Plaintiffs' motion for a preliminary injunction against the plutonium pit fabrication program at LANL and the NIF must fail at this time. The DOE has looked carefully at each of these programs, and the Congress has done so as well.
The Court is not entirely satisfied with the disclosure that surrounds these programs. The Court will request that the DOE perform a fuller disclosure of the environmental, health and safety risks associated with the plutonium pit fabrication program at LANL and the NIF within a reasonable time after the issuance of this Memorandum Opinion. Such disclosure should be responsive to Plaintiffs' concerns, but need not hold up the implementation of either program.
III. The Public Interest—National Security vs. Environmental Protection
Plaintiffs argue that granting the preliminary injunction in this case would be in the public interest since no imminent danger to national security exists and the potential harms from the NEPA violations are serious. The essence of Plaintiffs' argument is that the SSM Program is a long-term project that can be safely deferred while the environmental concerns are addressed immediately. Plaintiffs [28 ELR 20005] claim that the NIF will not be available for ignition experiments until 2006 anyway.23 Plaintiffs also claim that cost-overruns at the CMR Building will inevitably result in delays in that project as well.24 In essence, Plaintiffs contend that any incremental risk to national security created by granting an injunction in this case would be greatly outweighed by the potential environmental gain associated with a fuller vetting of the SSM Program.
Defendants contend that any delay in the SSM Program could have serious national security implications. Secretary Pena stated that any delay in the SSM Program "may cause other countries to doubt or question the credibility of our Nation's nuclear deterrent" and, in such a situation, "rather than risk the credibility of the nuclear deterrence, there would be a significantly increased risk that the federal government would be forced to resume nuclear testing in order to ensure the safety and reliability of the stockpile." Pena Declaration, P 18; see, also, Secretary of Defense William S. Cohen Declaration, P 9. What is more, Defendants claim that "even a modest delay in implementing the SSM Program could have a serious impact in the short term." They contend that "an injunction would soon begin to harm the weapons' laboratories ability to certify stockpile safety and reliability." Declaration of C. Bruce Tarter, Director, LLNL.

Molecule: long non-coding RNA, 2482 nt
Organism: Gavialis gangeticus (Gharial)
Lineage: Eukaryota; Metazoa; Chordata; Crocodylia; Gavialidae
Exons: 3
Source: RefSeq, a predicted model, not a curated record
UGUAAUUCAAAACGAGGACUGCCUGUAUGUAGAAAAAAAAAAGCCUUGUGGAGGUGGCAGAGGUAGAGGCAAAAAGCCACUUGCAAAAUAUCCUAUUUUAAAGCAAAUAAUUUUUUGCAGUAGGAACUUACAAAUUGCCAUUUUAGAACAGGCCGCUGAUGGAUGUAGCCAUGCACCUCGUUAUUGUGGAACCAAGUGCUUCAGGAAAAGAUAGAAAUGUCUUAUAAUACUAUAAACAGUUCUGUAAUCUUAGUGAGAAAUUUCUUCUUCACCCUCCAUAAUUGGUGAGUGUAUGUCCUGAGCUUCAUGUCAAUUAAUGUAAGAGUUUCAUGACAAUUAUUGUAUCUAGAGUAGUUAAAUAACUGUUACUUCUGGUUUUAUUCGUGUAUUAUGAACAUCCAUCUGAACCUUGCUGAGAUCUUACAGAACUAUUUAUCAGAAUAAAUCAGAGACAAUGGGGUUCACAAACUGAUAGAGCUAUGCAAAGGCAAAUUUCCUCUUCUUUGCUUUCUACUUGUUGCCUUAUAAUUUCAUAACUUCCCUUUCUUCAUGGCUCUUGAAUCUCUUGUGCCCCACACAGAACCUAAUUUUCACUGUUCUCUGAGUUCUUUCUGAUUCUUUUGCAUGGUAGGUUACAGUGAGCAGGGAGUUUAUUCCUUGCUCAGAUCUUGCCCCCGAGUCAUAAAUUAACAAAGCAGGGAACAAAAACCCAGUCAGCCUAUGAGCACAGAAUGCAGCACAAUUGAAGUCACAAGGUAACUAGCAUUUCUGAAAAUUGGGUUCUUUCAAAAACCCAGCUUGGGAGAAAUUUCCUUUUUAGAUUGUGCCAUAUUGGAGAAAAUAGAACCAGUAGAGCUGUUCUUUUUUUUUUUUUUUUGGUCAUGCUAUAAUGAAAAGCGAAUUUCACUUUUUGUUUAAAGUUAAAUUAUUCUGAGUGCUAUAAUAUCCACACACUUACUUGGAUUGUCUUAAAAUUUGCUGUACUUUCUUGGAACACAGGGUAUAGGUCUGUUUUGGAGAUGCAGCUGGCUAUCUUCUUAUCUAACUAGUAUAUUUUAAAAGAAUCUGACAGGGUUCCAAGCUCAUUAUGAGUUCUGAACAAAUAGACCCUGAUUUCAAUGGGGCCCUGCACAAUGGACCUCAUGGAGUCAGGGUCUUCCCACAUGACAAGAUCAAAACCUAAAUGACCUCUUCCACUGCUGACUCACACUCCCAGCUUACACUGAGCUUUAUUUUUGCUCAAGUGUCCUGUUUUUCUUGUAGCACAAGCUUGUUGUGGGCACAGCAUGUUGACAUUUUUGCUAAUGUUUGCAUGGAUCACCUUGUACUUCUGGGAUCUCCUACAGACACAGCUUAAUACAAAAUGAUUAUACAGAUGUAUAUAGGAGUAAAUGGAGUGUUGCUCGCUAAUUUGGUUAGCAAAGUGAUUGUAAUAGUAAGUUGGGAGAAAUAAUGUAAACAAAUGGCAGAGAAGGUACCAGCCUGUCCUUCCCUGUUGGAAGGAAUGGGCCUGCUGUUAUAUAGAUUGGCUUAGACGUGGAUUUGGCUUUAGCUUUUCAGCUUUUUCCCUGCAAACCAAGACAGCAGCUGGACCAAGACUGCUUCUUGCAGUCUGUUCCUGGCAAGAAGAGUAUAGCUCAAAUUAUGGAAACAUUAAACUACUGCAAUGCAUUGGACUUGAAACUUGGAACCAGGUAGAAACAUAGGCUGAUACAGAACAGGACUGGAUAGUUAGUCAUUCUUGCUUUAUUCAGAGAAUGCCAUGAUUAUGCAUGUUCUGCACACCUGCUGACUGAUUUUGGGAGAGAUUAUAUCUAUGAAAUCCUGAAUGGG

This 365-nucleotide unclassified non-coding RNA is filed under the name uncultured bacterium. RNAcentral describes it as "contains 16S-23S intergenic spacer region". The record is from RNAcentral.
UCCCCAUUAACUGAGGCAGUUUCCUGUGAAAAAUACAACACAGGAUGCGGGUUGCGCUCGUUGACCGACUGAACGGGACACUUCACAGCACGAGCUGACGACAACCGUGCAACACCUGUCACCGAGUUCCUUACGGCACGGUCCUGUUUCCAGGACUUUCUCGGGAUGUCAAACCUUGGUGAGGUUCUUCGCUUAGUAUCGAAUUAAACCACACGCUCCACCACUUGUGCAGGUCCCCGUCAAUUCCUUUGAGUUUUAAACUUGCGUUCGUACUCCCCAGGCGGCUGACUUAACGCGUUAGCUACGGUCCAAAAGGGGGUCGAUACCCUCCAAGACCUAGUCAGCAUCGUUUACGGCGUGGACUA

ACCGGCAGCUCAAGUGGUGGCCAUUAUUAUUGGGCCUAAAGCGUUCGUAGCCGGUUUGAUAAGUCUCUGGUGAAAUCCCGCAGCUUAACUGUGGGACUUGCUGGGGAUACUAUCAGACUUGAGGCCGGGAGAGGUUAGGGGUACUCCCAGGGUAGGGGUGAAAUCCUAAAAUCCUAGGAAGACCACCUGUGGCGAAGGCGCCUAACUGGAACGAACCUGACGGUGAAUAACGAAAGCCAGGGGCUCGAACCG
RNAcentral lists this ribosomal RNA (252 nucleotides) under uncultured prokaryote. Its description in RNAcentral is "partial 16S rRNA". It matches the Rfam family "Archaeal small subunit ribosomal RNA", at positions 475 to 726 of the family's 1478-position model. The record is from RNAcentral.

Courts have accorded great weight to considerations of national security when balancing the interests and equities of the parties. See, e.g., Committee for Nuclear Responsibility v. Seaborg, 463 F.2d 796, 798 [1 ELR 20532] (D.C. Cir. 1971) (because of "assertions of potential harm to national security and foreign policy—assertions which [the court] obviously cannot appraise—and given the meager state of the record before us, we are constrained to refuse an injunction."). In a case similar to this one, the 7th Circuit credited the potential harm to the Navy and the national defense as being one of the most important factors to be weighed. Wisconsin v. Weinberger, 745 F.2d 412, 427 [14 ELR 20744] (7th Cir. 1984) ("injunction's service to NEPA in preserving unbiased decision-making [on the remaining construction of a military project while the Navy completed a supplemental EIS] would be slight" and more important . . . the district court's failure to balance the weight of the alleged NEPA violation against the harm the injunction would cause the Navy and the country's defense"); see, also, Concerned about Trident, 555 F.2d 817, 831 (D.C. Cir. 1977).
In this case, the Court must balance two important competing interests in assessing the public interest. The national security interest here must be paramount. This Court is reluctant to override national security judgments on the viability of our nuclear program made by the Secretaries of Energy and Defense. While Plaintiffs argue that any national security vulnerability with respect to the SSM Program would be brief and would not occur until well into the future, any such vulnerability—and any future reduction in the credibility of our nuclear deterrent for even a brief period of time—would be unacceptable. This is an age when rogue nations and worldwide terrorist organizations may soon be able to gain access to nuclear weapons and attempt to use them to achieve nefarious goals. A nation with our responsibility for world leadership must be able to act quickly and effectively against all such threats. The Court cannot subjugate our nation's responsibility to provide leadership on nuclear matters on the basis of the claims made in this lawsuit. Any doubt over the credibility of our nuclear deterrent would create unacceptable risks in the event of a future crisis akin to the Cuban Missile Crisis. While the probability that such future crises might come to pass is not as great today as in the past, we must never ignore such a possibility. Although the sun shines today, dark and ominous clouds can emerge without much warning.